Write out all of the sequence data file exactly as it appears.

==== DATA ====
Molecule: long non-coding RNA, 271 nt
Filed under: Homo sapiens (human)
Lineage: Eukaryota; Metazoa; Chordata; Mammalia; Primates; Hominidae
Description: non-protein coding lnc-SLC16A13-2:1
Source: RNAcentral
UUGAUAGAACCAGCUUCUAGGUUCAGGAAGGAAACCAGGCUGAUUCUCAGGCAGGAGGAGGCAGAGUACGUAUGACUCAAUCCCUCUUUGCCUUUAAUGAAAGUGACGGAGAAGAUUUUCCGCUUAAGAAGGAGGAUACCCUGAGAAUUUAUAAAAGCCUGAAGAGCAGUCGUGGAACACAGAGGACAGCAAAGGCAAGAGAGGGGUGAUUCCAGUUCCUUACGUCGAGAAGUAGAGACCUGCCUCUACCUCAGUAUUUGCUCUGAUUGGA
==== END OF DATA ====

Molecule: long non-coding RNA, 271 nt
Filed under: Homo sapiens (human)
Lineage: Eukaryota; Metazoa; Chordata; Mammalia; Primates; Hominidae
Description: non-protein coding lnc-SLC16A13-2:1
Source: RNAcentral
UUGAUAGAACCAGCUUCUAGGUUCAGGAAGGAAACCAGGCUGAUUCUCAGGCAGGAGGAGGCAGAGUACGUAUGACUCAAUCCCUCUUUGCCUUUAAUGAAAGUGACGGAGAAGAUUUUCCGCUUAAGAAGGAGGAUACCCUGAGAAUUUAUAAAAGCCUGAAGAGCAGUCGUGGAACACAGAGGACAGCAAAGGCAAGAGAGGGGUGAUUCCAGUUCCUUACGUCGAGAAGUAGAGACCUGCCUCUACCUCAGUAUUUGCUCUGAUUGGA